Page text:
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The Operators: 1919

The Operators: 1919

Washington, D.C., circa 1919. "Chesapeake & Potomac Telephone Co. switchboards." Harris & Ewing Collection glass negative. View full size.


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I did this too.

I worked for AT&T in 1986, first as an overseas operator then on to ship-to-shore with the radio stations WOO, WOM and KMI. These single-pole plug-in cord boards were later replaced with double-pronged International Service Position System boards. The ratio of women to men also changed a little. In my unit, which looked much like this, it was about 2-1 with women still dominating the job. The other people in the unit were usually service assistants who helped the operators and often relieved them to go to the bathroom. In my unit we had dedicated circuits connected to inward operators of countries like Russia, Lebanon, India and Ghana. I totally loved the job! As automation took over, downsizing began, ultimately reducing the force by leaps and bounds.

Buns buns buns!

I love how every girl has the same hairdo, but every single bun is different!

Then vs now

I'm on the phones in the faults department of a larger phone company. We have in our centre a few former plug and switch operators(their job was the same as the ladies above). The only things different from their pics are the fashions and the mouthpiece.

In Australia, full automation of the telephone network did not happen until the mid 1980's, people had to book STD (long distance) calls on busy days like Christmas Day. It's amazing to think that only 25 or so years later, if I need to transfer a call (something that happens often), I just push a couple of buttons on my handset and off they go.

"Three daily recreation periods"

No date, but this Long Lines Operator recruiting brochure looks roughly contemporaneous with the photo and ad.

Thanks Dave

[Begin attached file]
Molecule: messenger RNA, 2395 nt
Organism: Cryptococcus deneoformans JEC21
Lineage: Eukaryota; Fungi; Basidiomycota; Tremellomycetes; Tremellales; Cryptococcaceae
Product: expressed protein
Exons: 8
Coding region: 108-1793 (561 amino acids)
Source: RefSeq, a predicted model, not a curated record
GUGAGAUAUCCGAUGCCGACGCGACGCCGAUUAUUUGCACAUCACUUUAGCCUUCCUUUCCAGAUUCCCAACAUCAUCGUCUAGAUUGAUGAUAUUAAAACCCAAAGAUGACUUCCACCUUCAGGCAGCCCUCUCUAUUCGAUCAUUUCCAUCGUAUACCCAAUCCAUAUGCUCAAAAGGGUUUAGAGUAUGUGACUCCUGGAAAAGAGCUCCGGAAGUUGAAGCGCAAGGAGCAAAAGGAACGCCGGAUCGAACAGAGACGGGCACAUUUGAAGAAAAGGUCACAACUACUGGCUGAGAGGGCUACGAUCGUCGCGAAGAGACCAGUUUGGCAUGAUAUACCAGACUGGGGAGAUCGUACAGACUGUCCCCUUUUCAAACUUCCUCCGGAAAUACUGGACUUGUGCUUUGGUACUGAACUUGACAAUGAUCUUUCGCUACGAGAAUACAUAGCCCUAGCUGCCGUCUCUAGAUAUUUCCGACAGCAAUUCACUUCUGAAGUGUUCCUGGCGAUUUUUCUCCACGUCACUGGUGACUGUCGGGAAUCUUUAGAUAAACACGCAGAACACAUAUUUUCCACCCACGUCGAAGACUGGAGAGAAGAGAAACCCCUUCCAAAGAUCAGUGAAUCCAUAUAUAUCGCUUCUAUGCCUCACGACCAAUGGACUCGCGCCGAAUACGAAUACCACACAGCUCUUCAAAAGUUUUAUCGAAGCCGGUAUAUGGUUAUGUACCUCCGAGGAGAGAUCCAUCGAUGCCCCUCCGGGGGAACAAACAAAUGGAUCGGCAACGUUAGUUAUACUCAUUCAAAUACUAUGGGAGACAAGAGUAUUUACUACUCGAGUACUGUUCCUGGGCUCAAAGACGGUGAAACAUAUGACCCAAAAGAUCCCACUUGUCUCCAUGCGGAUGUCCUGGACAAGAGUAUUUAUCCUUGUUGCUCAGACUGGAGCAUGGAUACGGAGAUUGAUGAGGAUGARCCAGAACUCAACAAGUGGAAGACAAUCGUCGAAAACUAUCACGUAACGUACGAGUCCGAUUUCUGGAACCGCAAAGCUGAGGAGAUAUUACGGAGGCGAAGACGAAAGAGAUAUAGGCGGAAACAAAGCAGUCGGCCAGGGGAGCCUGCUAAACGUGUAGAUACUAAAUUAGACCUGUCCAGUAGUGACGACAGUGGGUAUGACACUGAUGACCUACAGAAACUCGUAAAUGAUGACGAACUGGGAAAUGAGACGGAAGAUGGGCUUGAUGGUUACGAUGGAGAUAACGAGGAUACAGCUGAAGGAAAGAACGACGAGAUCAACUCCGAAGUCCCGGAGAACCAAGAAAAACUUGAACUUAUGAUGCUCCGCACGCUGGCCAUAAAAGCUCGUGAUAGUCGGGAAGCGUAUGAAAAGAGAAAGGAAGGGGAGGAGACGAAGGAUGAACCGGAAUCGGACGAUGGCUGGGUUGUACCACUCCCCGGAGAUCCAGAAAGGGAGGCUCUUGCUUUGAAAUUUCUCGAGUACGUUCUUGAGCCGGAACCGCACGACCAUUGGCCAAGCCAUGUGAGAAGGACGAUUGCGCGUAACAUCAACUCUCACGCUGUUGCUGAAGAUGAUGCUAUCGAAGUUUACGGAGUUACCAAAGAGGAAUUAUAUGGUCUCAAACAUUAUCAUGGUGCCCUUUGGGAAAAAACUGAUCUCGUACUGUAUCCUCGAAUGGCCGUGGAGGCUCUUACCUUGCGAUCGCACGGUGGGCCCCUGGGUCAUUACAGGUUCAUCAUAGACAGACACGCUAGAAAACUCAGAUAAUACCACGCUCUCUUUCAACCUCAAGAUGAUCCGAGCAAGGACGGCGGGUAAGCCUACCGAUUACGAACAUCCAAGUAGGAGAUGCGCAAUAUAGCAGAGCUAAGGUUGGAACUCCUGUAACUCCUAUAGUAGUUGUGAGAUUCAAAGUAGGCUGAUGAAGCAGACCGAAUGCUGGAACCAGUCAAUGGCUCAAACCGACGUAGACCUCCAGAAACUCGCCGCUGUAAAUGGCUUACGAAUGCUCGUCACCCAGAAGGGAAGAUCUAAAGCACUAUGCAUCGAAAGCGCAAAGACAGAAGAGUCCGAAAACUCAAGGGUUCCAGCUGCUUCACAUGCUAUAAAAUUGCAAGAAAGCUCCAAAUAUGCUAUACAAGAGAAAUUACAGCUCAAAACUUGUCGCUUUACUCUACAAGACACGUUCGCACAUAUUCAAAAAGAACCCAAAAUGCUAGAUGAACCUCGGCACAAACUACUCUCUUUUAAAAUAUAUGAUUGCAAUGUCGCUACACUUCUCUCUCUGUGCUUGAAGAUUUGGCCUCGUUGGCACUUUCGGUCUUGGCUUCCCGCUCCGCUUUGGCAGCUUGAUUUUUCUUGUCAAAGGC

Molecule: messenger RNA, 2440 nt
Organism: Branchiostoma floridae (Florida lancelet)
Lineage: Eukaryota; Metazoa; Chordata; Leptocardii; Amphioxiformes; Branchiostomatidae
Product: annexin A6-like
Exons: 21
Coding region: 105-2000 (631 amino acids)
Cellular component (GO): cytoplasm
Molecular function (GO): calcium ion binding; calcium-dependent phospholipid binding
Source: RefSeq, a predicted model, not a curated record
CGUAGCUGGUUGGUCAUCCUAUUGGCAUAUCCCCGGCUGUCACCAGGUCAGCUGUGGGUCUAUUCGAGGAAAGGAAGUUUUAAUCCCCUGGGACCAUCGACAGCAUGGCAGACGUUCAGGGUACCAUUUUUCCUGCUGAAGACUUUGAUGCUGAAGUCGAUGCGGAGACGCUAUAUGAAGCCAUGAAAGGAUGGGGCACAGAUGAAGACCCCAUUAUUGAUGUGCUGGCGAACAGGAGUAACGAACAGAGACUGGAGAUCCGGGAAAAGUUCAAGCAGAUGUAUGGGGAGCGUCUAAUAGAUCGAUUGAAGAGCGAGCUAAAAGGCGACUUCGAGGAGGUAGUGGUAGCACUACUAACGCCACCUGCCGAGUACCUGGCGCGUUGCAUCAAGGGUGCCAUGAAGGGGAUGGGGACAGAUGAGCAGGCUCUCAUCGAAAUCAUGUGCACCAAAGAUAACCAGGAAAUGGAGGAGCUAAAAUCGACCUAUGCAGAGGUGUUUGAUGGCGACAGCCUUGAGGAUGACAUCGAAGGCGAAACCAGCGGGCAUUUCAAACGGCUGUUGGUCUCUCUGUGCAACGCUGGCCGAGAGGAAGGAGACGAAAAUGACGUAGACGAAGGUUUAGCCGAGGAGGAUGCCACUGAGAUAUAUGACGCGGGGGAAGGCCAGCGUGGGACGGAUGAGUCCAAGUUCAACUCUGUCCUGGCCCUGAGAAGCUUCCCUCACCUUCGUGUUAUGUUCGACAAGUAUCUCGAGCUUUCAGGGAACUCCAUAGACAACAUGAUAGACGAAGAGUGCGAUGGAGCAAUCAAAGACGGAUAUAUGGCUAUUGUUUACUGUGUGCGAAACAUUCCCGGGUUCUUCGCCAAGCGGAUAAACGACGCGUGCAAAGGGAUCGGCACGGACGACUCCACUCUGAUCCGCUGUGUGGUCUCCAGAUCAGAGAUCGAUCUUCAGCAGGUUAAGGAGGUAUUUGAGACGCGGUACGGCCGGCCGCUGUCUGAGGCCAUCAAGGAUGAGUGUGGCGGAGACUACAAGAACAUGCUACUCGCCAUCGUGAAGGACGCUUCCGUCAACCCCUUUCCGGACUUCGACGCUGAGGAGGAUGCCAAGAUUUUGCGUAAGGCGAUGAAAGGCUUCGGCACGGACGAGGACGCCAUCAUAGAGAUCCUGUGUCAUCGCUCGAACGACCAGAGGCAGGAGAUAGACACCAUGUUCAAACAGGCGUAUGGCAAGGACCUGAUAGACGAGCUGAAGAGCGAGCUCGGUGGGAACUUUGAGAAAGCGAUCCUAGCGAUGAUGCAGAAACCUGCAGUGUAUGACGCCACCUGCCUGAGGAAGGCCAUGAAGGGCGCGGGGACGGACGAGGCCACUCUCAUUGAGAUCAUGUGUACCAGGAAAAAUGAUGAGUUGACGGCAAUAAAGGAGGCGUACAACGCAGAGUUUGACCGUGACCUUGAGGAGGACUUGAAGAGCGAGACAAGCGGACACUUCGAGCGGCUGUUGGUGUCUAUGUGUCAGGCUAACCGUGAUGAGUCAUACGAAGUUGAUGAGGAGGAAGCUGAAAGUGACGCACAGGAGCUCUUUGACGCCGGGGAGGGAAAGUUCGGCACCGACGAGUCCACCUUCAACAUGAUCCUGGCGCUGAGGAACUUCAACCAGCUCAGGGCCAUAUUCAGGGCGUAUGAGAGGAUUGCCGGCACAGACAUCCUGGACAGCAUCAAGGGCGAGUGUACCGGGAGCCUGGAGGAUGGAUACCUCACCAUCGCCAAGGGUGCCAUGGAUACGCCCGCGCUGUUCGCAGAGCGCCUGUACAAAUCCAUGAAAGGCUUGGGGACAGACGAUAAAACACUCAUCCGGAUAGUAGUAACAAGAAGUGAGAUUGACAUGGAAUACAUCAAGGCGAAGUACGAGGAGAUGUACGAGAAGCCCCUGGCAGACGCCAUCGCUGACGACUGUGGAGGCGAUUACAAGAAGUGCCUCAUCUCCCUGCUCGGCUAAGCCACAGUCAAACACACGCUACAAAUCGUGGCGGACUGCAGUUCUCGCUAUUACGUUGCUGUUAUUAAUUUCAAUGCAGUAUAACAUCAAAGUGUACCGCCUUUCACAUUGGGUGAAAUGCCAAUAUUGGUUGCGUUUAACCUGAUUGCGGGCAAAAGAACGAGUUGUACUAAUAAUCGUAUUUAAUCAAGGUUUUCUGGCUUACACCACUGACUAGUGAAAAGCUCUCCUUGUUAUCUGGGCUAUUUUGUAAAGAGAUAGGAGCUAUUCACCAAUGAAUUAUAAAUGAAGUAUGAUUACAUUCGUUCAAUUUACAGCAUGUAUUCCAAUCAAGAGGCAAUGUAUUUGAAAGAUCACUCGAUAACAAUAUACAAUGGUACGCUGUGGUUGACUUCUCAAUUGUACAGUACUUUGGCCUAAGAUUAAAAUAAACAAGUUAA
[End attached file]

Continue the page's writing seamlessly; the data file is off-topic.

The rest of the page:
For leaving the title. That "disembowled hand" actually made me howl. Still giggling.

Full Employment

Perhaps we should go back to this way of doing things. Automation is wonderful but it certainly has had an affect on the jobs available for entry-level people. I kind of miss hearing "number please" but don't miss waiting, sometimes hours, to make a long distance call. So, yes, I'm torn between the "good ol' days" and modern conveniences.

Another Family Connection

My mom was an operator for Pacific Bell in the 60s and 70s. Her saddest story was about young men crying as they called their parents before being shipped out to Vietnam. Her funniest story was about how young men would call home on Father's Day, wish their dads a happy day, and then immediately ask for Mom.

Changing times

I noticed in this picture how many people were working. A similar service in this day might involve one person with a computer. Also, everyone is so well dressed. In the pre-polyester days those blouses must have take a lot of ironing to look presentable. Finally, there are so few overweight women in this picture. I think a similar office scene in 2010 would be very different. We have, unfortunately, become fat, frumpy and unemployed.

Disemboweled Hand

Gomez, on the right side of the room -- could that be Thing?

[The word you were thinking of (I dearly hope): "Disembodied." - Dave]

See Miss Gregory

Ad from the August 18, 1918, Washington Post. Click to enlarge.

In and Out

Same basic management style existed when I started with Nynex/Bell Atlantic/Verizon in 1987. We also had something similar to the box on the column. It had lights on it that would indicate who was jacked in to the board and who was not -- green in, red out.

Plugs and Jacks

I used to install dial-cord switchboards like these. The last one I did was sometime in the late 1970s for Westinghouse. The doors piled up along the wall were from the backs of the stations, and were usually removed only for running new cables or adding jack strips. On the back of each jack hole you see on those boards were six wires, each stripped and soldered in place. Needless to say, installing these things took plenty of time and patience.

Made for the Long Distance

I was a telephone operator up until 1978. With the exception of the headpiece with the mouth cone, the hair and clothing styles, the room and switchboards looked almost exactly like this. The boards were made extremely well and stood the test of time!

Keeping cool

Can you imagine all these people stuff into this room, working elbow to elbow in their long sleeves and skirts relying on those two fans for comfort when hot humid air hits Washington in the summer. Whew!

And I thought MY job was micromanaged!

I suppose the switchboard watches (one every third girl) were there to time calls.

Lucky Guys

Two men in a room full of young women. Heaven or maybe hell?

One Ringy Dingy

Is this the party to whom I'm speaking?

Time warp?

The clock on the wall reads 7:25 and the small clocks at the operator's stations read 5:10.

[The wall clock says 5:09. - Dave]

Family connection

This is what my mom did in the 1940s for the old AT&T.

Hello Central?

Give me Dr. Jazz.

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